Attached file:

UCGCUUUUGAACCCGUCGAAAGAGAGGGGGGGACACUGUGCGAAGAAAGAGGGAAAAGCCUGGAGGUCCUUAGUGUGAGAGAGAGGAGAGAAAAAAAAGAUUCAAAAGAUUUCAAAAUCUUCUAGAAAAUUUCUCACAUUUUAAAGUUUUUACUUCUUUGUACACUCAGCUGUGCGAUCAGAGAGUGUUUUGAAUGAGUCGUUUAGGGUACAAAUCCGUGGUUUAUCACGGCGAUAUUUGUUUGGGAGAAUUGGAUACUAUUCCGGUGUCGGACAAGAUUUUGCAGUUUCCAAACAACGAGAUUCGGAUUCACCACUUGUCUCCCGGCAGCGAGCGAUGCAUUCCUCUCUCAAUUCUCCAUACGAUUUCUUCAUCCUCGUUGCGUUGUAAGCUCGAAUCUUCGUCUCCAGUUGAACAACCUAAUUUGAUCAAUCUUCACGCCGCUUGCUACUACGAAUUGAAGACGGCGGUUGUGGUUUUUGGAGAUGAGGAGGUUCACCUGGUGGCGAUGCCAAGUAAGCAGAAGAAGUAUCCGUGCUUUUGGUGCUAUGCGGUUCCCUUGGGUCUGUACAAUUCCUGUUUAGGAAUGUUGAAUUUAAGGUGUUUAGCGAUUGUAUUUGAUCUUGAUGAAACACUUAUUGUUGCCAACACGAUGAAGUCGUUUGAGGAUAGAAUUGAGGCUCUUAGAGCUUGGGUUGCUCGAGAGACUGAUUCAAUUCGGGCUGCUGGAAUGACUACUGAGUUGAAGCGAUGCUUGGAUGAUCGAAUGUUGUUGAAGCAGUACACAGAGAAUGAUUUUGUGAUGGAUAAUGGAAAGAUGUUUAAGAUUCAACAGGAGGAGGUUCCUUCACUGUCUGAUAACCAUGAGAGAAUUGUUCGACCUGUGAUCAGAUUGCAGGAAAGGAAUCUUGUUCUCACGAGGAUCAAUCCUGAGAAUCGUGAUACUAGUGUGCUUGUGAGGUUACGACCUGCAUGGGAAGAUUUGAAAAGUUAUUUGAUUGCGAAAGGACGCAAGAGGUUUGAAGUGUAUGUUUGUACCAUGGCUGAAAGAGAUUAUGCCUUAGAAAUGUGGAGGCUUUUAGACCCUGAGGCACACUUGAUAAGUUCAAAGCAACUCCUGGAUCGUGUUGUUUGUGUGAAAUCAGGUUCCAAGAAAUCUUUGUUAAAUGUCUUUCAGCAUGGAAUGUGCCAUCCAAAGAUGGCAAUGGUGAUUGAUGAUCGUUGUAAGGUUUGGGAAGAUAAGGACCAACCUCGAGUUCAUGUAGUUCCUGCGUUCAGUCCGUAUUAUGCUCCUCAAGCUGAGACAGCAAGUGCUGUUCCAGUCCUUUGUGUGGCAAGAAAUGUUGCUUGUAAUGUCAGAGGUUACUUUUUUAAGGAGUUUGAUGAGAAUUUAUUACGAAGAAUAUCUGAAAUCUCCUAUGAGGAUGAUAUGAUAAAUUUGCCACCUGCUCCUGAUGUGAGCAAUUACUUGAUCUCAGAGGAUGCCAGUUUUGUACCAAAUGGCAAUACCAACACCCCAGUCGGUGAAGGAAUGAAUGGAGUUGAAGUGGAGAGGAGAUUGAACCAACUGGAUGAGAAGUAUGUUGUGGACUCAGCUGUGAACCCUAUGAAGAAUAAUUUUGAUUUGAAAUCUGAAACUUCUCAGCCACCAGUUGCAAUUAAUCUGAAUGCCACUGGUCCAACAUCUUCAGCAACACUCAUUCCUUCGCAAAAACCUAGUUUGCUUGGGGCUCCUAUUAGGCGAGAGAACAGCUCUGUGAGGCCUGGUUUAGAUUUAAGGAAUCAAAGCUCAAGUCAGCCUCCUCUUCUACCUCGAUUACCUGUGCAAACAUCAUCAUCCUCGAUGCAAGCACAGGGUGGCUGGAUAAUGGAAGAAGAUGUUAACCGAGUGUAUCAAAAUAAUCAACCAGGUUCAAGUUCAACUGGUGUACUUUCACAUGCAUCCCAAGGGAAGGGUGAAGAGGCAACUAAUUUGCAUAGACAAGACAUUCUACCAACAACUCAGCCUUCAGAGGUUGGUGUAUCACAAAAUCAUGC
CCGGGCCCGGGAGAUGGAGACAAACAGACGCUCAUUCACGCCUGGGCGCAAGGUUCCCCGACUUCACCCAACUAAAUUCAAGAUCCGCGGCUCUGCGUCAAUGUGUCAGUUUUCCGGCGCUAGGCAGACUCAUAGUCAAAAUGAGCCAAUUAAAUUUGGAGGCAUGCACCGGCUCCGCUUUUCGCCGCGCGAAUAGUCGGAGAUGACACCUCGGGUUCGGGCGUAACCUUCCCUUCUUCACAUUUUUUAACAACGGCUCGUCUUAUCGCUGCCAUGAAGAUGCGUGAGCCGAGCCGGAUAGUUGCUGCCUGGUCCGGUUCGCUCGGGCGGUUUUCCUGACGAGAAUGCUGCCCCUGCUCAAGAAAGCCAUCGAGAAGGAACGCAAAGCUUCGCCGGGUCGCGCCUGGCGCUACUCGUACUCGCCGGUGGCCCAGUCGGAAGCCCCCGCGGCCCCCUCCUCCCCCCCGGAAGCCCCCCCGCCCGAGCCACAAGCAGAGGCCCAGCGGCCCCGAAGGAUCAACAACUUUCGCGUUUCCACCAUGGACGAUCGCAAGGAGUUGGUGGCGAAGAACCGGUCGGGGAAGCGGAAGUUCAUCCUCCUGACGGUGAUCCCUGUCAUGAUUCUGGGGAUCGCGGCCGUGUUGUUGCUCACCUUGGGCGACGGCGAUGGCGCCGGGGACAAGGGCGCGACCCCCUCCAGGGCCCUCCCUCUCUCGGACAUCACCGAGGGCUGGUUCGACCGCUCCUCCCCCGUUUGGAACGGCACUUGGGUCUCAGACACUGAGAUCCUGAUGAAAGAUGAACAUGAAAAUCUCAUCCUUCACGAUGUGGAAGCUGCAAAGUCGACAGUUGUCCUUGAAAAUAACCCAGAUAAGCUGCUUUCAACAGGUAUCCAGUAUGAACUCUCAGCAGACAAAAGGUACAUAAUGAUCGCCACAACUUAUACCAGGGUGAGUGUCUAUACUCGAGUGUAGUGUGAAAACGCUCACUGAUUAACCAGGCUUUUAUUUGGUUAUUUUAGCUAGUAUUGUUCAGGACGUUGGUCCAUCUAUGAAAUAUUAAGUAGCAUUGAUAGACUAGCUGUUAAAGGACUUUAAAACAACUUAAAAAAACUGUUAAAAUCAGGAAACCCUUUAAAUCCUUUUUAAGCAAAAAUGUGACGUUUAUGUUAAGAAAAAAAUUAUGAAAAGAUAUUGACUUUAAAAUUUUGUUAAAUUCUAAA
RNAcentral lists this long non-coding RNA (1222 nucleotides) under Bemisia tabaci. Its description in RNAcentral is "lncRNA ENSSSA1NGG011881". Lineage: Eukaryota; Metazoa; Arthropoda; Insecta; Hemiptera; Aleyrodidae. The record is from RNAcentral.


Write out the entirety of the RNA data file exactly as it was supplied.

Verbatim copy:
UCGCUUUUGAACCCGUCGAAAGAGAGGGGGGGACACUGUGCGAAGAAAGAGGGAAAAGCCUGGAGGUCCUUAGUGUGAGAGAGAGGAGAGAAAAAAAAGAUUCAAAAGAUUUCAAAAUCUUCUAGAAAAUUUCUCACAUUUUAAAGUUUUUACUUCUUUGUACACUCAGCUGUGCGAUCAGAGAGUGUUUUGAAUGAGUCGUUUAGGGUACAAAUCCGUGGUUUAUCACGGCGAUAUUUGUUUGGGAGAAUUGGAUACUAUUCCGGUGUCGGACAAGAUUUUGCAGUUUCCAAACAACGAGAUUCGGAUUCACCACUUGUCUCCCGGCAGCGAGCGAUGCAUUCCUCUCUCAAUUCUCCAUACGAUUUCUUCAUCCUCGUUGCGUUGUAAGCUCGAAUCUUCGUCUCCAGUUGAACAACCUAAUUUGAUCAAUCUUCACGCCGCUUGCUACUACGAAUUGAAGACGGCGGUUGUGGUUUUUGGAGAUGAGGAGGUUCACCUGGUGGCGAUGCCAAGUAAGCAGAAGAAGUAUCCGUGCUUUUGGUGCUAUGCGGUUCCCUUGGGUCUGUACAAUUCCUGUUUAGGAAUGUUGAAUUUAAGGUGUUUAGCGAUUGUAUUUGAUCUUGAUGAAACACUUAUUGUUGCCAACACGAUGAAGUCGUUUGAGGAUAGAAUUGAGGCUCUUAGAGCUUGGGUUGCUCGAGAGACUGAUUCAAUUCGGGCUGCUGGAAUGACUACUGAGUUGAAGCGAUGCUUGGAUGAUCGAAUGUUGUUGAAGCAGUACACAGAGAAUGAUUUUGUGAUGGAUAAUGGAAAGAUGUUUAAGAUUCAACAGGAGGAGGUUCCUUCACUGUCUGAUAACCAUGAGAGAAUUGUUCGACCUGUGAUCAGAUUGCAGGAAAGGAAUCUUGUUCUCACGAGGAUCAAUCCUGAGAAUCGUGAUACUAGUGUGCUUGUGAGGUUACGACCUGCAUGGGAAGAUUUGAAAAGUUAUUUGAUUGCGAAAGGACGCAAGAGGUUUGAAGUGUAUGUUUGUACCAUGGCUGAAAGAGAUUAUGCCUUAGAAAUGUGGAGGCUUUUAGACCCUGAGGCACACUUGAUAAGUUCAAAGCAACUCCUGGAUCGUGUUGUUUGUGUGAAAUCAGGUUCCAAGAAAUCUUUGUUAAAUGUCUUUCAGCAUGGAAUGUGCCAUCCAAAGAUGGCAAUGGUGAUUGAUGAUCGUUGUAAGGUUUGGGAAGAUAAGGACCAACCUCGAGUUCAUGUAGUUCCUGCGUUCAGUCCGUAUUAUGCUCCUCAAGCUGAGACAGCAAGUGCUGUUCCAGUCCUUUGUGUGGCAAGAAAUGUUGCUUGUAAUGUCAGAGGUUACUUUUUUAAGGAGUUUGAUGAGAAUUUAUUACGAAGAAUAUCUGAAAUCUCCUAUGAGGAUGAUAUGAUAAAUUUGCCACCUGCUCCUGAUGUGAGCAAUUACUUGAUCUCAGAGGAUGCCAGUUUUGUACCAAAUGGCAAUACCAACACCCCAGUCGGUGAAGGAAUGAAUGGAGUUGAAGUGGAGAGGAGAUUGAACCAACUGGAUGAGAAGUAUGUUGUGGACUCAGCUGUGAACCCUAUGAAGAAUAAUUUUGAUUUGAAAUCUGAAACUUCUCAGCCACCAGUUGCAAUUAAUCUGAAUGCCACUGGUCCAACAUCUUCAGCAACACUCAUUCCUUCGCAAAAACCUAGUUUGCUUGGGGCUCCUAUUAGGCGAGAGAACAGCUCUGUGAGGCCUGGUUUAGAUUUAAGGAAUCAAAGCUCAAGUCAGCCUCCUCUUCUACCUCGAUUACCUGUGCAAACAUCAUCAUCCUCGAUGCAAGCACAGGGUGGCUGGAUAAUGGAAGAAGAUGUUAACCGAGUGUAUCAAAAUAAUCAACCAGGUUCAAGUUCAACUGGUGUACUUUCACAUGCAUCCCAAGGGAAGGGUGAAGAGGCAACUAAUUUGCAUAGACAAGACAUUCUACCAACAACUCAGCCUUCAGAGGUUGGUGUAUCACAAAAUCAUGC
CCGGGCCCGGGAGAUGGAGACAAACAGACGCUCAUUCACGCCUGGGCGCAAGGUUCCCCGACUUCACCCAACUAAAUUCAAGAUCCGCGGCUCUGCGUCAAUGUGUCAGUUUUCCGGCGCUAGGCAGACUCAUAGUCAAAAUGAGCCAAUUAAAUUUGGAGGCAUGCACCGGCUCCGCUUUUCGCCGCGCGAAUAGUCGGAGAUGACACCUCGGGUUCGGGCGUAACCUUCCCUUCUUCACAUUUUUUAACAACGGCUCGUCUUAUCGCUGCCAUGAAGAUGCGUGAGCCGAGCCGGAUAGUUGCUGCCUGGUCCGGUUCGCUCGGGCGGUUUUCCUGACGAGAAUGCUGCCCCUGCUCAAGAAAGCCAUCGAGAAGGAACGCAAAGCUUCGCCGGGUCGCGCCUGGCGCUACUCGUACUCGCCGGUGGCCCAGUCGGAAGCCCCCGCGGCCCCCUCCUCCCCCCCGGAAGCCCCCCCGCCCGAGCCACAAGCAGAGGCCCAGCGGCCCCGAAGGAUCAACAACUUUCGCGUUUCCACCAUGGACGAUCGCAAGGAGUUGGUGGCGAAGAACCGGUCGGGGAAGCGGAAGUUCAUCCUCCUGACGGUGAUCCCUGUCAUGAUUCUGGGGAUCGCGGCCGUGUUGUUGCUCACCUUGGGCGACGGCGAUGGCGCCGGGGACAAGGGCGCGACCCCCUCCAGGGCCCUCCCUCUCUCGGACAUCACCGAGGGCUGGUUCGACCGCUCCUCCCCCGUUUGGAACGGCACUUGGGUCUCAGACACUGAGAUCCUGAUGAAAGAUGAACAUGAAAAUCUCAUCCUUCACGAUGUGGAAGCUGCAAAGUCGACAGUUGUCCUUGAAAAUAACCCAGAUAAGCUGCUUUCAACAGGUAUCCAGUAUGAACUCUCAGCAGACAAAAGGUACAUAAUGAUCGCCACAACUUAUACCAGGGUGAGUGUCUAUACUCGAGUGUAGUGUGAAAACGCUCACUGAUUAACCAGGCUUUUAUUUGGUUAUUUUAGCUAGUAUUGUUCAGGACGUUGGUCCAUCUAUGAAAUAUUAAGUAGCAUUGAUAGACUAGCUGUUAAAGGACUUUAAAACAACUUAAAAAAACUGUUAAAAUCAGGAAACCCUUUAAAUCCUUUUUAAGCAAAAAUGUGACGUUUAUGUUAAGAAAAAAAUUAUGAAAAGAUAUUGACUUUAAAAUUUUGUUAAAUUCUAAA
RNAcentral lists this long non-coding RNA (1222 nucleotides) under Bemisia tabaci. Its description in RNAcentral is "lncRNA ENSSSA1NGG011881". Lineage: Eukaryota; Metazoa; Arthropoda; Insecta; Hemiptera; Aleyrodidae. The record is from RNAcentral.